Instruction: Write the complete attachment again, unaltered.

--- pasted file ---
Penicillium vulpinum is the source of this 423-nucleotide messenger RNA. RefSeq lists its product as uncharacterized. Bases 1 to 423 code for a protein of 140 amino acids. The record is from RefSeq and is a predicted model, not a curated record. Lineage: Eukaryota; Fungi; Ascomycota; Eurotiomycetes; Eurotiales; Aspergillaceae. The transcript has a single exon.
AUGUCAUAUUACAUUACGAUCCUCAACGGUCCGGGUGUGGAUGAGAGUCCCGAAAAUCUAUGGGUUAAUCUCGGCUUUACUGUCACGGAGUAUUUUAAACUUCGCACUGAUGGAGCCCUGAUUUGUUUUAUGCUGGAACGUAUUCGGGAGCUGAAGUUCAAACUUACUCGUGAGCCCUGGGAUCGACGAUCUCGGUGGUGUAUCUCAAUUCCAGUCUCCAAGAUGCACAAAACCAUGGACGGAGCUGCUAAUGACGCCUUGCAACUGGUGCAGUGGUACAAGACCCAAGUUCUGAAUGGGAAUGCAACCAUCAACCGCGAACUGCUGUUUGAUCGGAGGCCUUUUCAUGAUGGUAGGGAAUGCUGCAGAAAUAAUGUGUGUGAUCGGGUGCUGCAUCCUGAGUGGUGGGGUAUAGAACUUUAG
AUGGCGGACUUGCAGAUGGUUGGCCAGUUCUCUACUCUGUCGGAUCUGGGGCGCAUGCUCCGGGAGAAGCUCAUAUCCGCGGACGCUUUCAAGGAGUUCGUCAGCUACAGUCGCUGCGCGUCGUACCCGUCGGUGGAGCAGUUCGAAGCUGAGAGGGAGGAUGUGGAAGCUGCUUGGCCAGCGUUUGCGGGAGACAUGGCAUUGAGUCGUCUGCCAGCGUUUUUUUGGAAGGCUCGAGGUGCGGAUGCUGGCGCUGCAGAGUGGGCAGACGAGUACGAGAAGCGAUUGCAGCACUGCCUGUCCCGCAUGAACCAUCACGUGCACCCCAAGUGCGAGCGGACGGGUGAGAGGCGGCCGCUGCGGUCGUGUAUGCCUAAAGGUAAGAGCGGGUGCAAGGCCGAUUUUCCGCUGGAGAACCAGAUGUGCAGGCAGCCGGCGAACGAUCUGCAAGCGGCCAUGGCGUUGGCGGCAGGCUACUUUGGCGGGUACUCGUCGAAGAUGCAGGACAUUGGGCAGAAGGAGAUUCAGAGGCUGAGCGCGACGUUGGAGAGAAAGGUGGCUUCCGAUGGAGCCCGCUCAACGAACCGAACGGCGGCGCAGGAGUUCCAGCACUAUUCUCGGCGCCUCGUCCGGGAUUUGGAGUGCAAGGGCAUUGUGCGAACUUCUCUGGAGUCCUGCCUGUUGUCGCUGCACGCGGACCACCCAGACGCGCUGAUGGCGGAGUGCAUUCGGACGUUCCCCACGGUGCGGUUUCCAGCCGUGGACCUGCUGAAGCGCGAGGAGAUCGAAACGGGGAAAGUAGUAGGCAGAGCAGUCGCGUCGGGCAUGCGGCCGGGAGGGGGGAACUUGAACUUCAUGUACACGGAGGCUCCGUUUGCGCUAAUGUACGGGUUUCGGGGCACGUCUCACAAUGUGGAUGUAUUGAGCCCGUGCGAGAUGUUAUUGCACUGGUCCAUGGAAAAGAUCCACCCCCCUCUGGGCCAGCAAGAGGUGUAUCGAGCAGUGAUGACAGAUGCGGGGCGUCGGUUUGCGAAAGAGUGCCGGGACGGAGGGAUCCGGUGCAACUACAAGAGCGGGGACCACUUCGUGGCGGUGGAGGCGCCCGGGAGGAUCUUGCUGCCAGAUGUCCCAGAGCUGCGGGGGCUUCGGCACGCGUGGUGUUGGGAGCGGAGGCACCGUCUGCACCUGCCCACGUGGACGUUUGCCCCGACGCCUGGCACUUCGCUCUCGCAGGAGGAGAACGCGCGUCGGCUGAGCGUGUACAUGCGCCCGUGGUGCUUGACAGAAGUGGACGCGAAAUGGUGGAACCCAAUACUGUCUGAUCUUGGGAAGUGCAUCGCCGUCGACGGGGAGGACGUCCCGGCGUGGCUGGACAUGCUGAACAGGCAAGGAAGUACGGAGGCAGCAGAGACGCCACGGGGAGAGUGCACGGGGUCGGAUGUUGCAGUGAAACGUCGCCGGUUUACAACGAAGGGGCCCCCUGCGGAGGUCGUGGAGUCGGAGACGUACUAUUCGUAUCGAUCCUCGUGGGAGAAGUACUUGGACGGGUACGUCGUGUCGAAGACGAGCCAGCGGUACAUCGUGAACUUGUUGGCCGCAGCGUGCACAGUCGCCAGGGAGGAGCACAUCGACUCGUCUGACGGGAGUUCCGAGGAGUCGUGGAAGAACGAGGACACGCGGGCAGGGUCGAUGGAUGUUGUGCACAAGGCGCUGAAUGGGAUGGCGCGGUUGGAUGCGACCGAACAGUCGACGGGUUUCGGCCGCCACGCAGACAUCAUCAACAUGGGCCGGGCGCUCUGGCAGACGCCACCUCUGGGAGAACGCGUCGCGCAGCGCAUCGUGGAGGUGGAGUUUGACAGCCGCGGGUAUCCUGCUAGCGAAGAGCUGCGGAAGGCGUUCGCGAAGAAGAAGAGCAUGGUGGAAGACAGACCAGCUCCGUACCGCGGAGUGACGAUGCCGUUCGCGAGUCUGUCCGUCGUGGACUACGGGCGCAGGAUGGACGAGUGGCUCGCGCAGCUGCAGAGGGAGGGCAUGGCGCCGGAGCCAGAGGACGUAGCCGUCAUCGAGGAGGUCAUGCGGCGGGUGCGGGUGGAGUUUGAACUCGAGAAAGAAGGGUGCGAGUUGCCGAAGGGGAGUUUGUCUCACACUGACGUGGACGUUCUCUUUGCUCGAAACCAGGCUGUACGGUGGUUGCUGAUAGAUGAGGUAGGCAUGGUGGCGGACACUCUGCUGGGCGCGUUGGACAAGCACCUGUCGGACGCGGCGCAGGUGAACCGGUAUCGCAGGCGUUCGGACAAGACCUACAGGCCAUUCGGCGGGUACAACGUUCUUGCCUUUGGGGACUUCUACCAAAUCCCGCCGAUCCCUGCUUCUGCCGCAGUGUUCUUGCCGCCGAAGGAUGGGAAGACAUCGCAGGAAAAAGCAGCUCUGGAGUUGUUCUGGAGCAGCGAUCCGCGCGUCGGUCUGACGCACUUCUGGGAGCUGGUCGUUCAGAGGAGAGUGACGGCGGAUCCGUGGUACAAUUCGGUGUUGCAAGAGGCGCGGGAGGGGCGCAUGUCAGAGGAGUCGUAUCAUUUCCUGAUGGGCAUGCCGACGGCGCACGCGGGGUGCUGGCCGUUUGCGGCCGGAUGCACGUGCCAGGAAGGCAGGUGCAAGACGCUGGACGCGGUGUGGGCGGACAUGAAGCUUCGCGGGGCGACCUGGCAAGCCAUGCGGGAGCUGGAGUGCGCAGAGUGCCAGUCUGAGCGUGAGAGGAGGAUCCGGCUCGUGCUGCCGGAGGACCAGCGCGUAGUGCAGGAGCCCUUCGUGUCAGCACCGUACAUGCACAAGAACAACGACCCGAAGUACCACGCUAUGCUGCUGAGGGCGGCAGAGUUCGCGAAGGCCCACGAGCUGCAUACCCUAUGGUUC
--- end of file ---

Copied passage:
Penicillium vulpinum is the source of this 423-nucleotide messenger RNA. RefSeq lists its product as uncharacterized. Bases 1 to 423 code for a protein of 140 amino acids. The record is from RefSeq and is a predicted model, not a curated record. Lineage: Eukaryota; Fungi; Ascomycota; Eurotiomycetes; Eurotiales; Aspergillaceae. The transcript has a single exon.
AUGUCAUAUUACAUUACGAUCCUCAACGGUCCGGGUGUGGAUGAGAGUCCCGAAAAUCUAUGGGUUAAUCUCGGCUUUACUGUCACGGAGUAUUUUAAACUUCGCACUGAUGGAGCCCUGAUUUGUUUUAUGCUGGAACGUAUUCGGGAGCUGAAGUUCAAACUUACUCGUGAGCCCUGGGAUCGACGAUCUCGGUGGUGUAUCUCAAUUCCAGUCUCCAAGAUGCACAAAACCAUGGACGGAGCUGCUAAUGACGCCUUGCAACUGGUGCAGUGGUACAAGACCCAAGUUCUGAAUGGGAAUGCAACCAUCAACCGCGAACUGCUGUUUGAUCGGAGGCCUUUUCAUGAUGGUAGGGAAUGCUGCAGAAAUAAUGUGUGUGAUCGGGUGCUGCAUCCUGAGUGGUGGGGUAUAGAACUUUAG
AUGGCGGACUUGCAGAUGGUUGGCCAGUUCUCUACUCUGUCGGAUCUGGGGCGCAUGCUCCGGGAGAAGCUCAUAUCCGCGGACGCUUUCAAGGAGUUCGUCAGCUACAGUCGCUGCGCGUCGUACCCGUCGGUGGAGCAGUUCGAAGCUGAGAGGGAGGAUGUGGAAGCUGCUUGGCCAGCGUUUGCGGGAGACAUGGCAUUGAGUCGUCUGCCAGCGUUUUUUUGGAAGGCUCGAGGUGCGGAUGCUGGCGCUGCAGAGUGGGCAGACGAGUACGAGAAGCGAUUGCAGCACUGCCUGUCCCGCAUGAACCAUCACGUGCACCCCAAGUGCGAGCGGACGGGUGAGAGGCGGCCGCUGCGGUCGUGUAUGCCUAAAGGUAAGAGCGGGUGCAAGGCCGAUUUUCCGCUGGAGAACCAGAUGUGCAGGCAGCCGGCGAACGAUCUGCAAGCGGCCAUGGCGUUGGCGGCAGGCUACUUUGGCGGGUACUCGUCGAAGAUGCAGGACAUUGGGCAGAAGGAGAUUCAGAGGCUGAGCGCGACGUUGGAGAGAAAGGUGGCUUCCGAUGGAGCCCGCUCAACGAACCGAACGGCGGCGCAGGAGUUCCAGCACUAUUCUCGGCGCCUCGUCCGGGAUUUGGAGUGCAAGGGCAUUGUGCGAACUUCUCUGGAGUCCUGCCUGUUGUCGCUGCACGCGGACCACCCAGACGCGCUGAUGGCGGAGUGCAUUCGGACGUUCCCCACGGUGCGGUUUCCAGCCGUGGACCUGCUGAAGCGCGAGGAGAUCGAAACGGGGAAAGUAGUAGGCAGAGCAGUCGCGUCGGGCAUGCGGCCGGGAGGGGGGAACUUGAACUUCAUGUACACGGAGGCUCCGUUUGCGCUAAUGUACGGGUUUCGGGGCACGUCUCACAAUGUGGAUGUAUUGAGCCCGUGCGAGAUGUUAUUGCACUGGUCCAUGGAAAAGAUCCACCCCCCUCUGGGCCAGCAAGAGGUGUAUCGAGCAGUGAUGACAGAUGCGGGGCGUCGGUUUGCGAAAGAGUGCCGGGACGGAGGGAUCCGGUGCAACUACAAGAGCGGGGACCACUUCGUGGCGGUGGAGGCGCCCGGGAGGAUCUUGCUGCCAGAUGUCCCAGAGCUGCGGGGGCUUCGGCACGCGUGGUGUUGGGAGCGGAGGCACCGUCUGCACCUGCCCACGUGGACGUUUGCCCCGACGCCUGGCACUUCGCUCUCGCAGGAGGAGAACGCGCGUCGGCUGAGCGUGUACAUGCGCCCGUGGUGCUUGACAGAAGUGGACGCGAAAUGGUGGAACCCAAUACUGUCUGAUCUUGGGAAGUGCAUCGCCGUCGACGGGGAGGACGUCCCGGCGUGGCUGGACAUGCUGAACAGGCAAGGAAGUACGGAGGCAGCAGAGACGCCACGGGGAGAGUGCACGGGGUCGGAUGUUGCAGUGAAACGUCGCCGGUUUACAACGAAGGGGCCCCCUGCGGAGGUCGUGGAGUCGGAGACGUACUAUUCGUAUCGAUCCUCGUGGGAGAAGUACUUGGACGGGUACGUCGUGUCGAAGACGAGCCAGCGGUACAUCGUGAACUUGUUGGCCGCAGCGUGCACAGUCGCCAGGGAGGAGCACAUCGACUCGUCUGACGGGAGUUCCGAGGAGUCGUGGAAGAACGAGGACACGCGGGCAGGGUCGAUGGAUGUUGUGCACAAGGCGCUGAAUGGGAUGGCGCGGUUGGAUGCGACCGAACAGUCGACGGGUUUCGGCCGCCACGCAGACAUCAUCAACAUGGGCCGGGCGCUCUGGCAGACGCCACCUCUGGGAGAACGCGUCGCGCAGCGCAUCGUGGAGGUGGAGUUUGACAGCCGCGGGUAUCCUGCUAGCGAAGAGCUGCGGAAGGCGUUCGCGAAGAAGAAGAGCAUGGUGGAAGACAGACCAGCUCCGUACCGCGGAGUGACGAUGCCGUUCGCGAGUCUGUCCGUCGUGGACUACGGGCGCAGGAUGGACGAGUGGCUCGCGCAGCUGCAGAGGGAGGGCAUGGCGCCGGAGCCAGAGGACGUAGCCGUCAUCGAGGAGGUCAUGCGGCGGGUGCGGGUGGAGUUUGAACUCGAGAAAGAAGGGUGCGAGUUGCCGAAGGGGAGUUUGUCUCACACUGACGUGGACGUUCUCUUUGCUCGAAACCAGGCUGUACGGUGGUUGCUGAUAGAUGAGGUAGGCAUGGUGGCGGACACUCUGCUGGGCGCGUUGGACAAGCACCUGUCGGACGCGGCGCAGGUGAACCGGUAUCGCAGGCGUUCGGACAAGACCUACAGGCCAUUCGGCGGGUACAACGUUCUUGCCUUUGGGGACUUCUACCAAAUCCCGCCGAUCCCUGCUUCUGCCGCAGUGUUCUUGCCGCCGAAGGAUGGGAAGACAUCGCAGGAAAAAGCAGCUCUGGAGUUGUUCUGGAGCAGCGAUCCGCGCGUCGGUCUGACGCACUUCUGGGAGCUGGUCGUUCAGAGGAGAGUGACGGCGGAUCCGUGGUACAAUUCGGUGUUGCAAGAGGCGCGGGAGGGGCGCAUGUCAGAGGAGUCGUAUCAUUUCCUGAUGGGCAUGCCGACGGCGCACGCGGGGUGCUGGCCGUUUGCGGCCGGAUGCACGUGCCAGGAAGGCAGGUGCAAGACGCUGGACGCGGUGUGGGCGGACAUGAAGCUUCGCGGGGCGACCUGGCAAGCCAUGCGGGAGCUGGAGUGCGCAGAGUGCCAGUCUGAGCGUGAGAGGAGGAUCCGGCUCGUGCUGCCGGAGGACCAGCGCGUAGUGCAGGAGCCCUUCGUGUCAGCACCGUACAUGCACAAGAACAACGACCCGAAGUACCACGCUAUGCUGCUGAGGGCGGCAGAGUUCGCGAAGGCCCACGAGCUGCAUACCCUAUGGUUC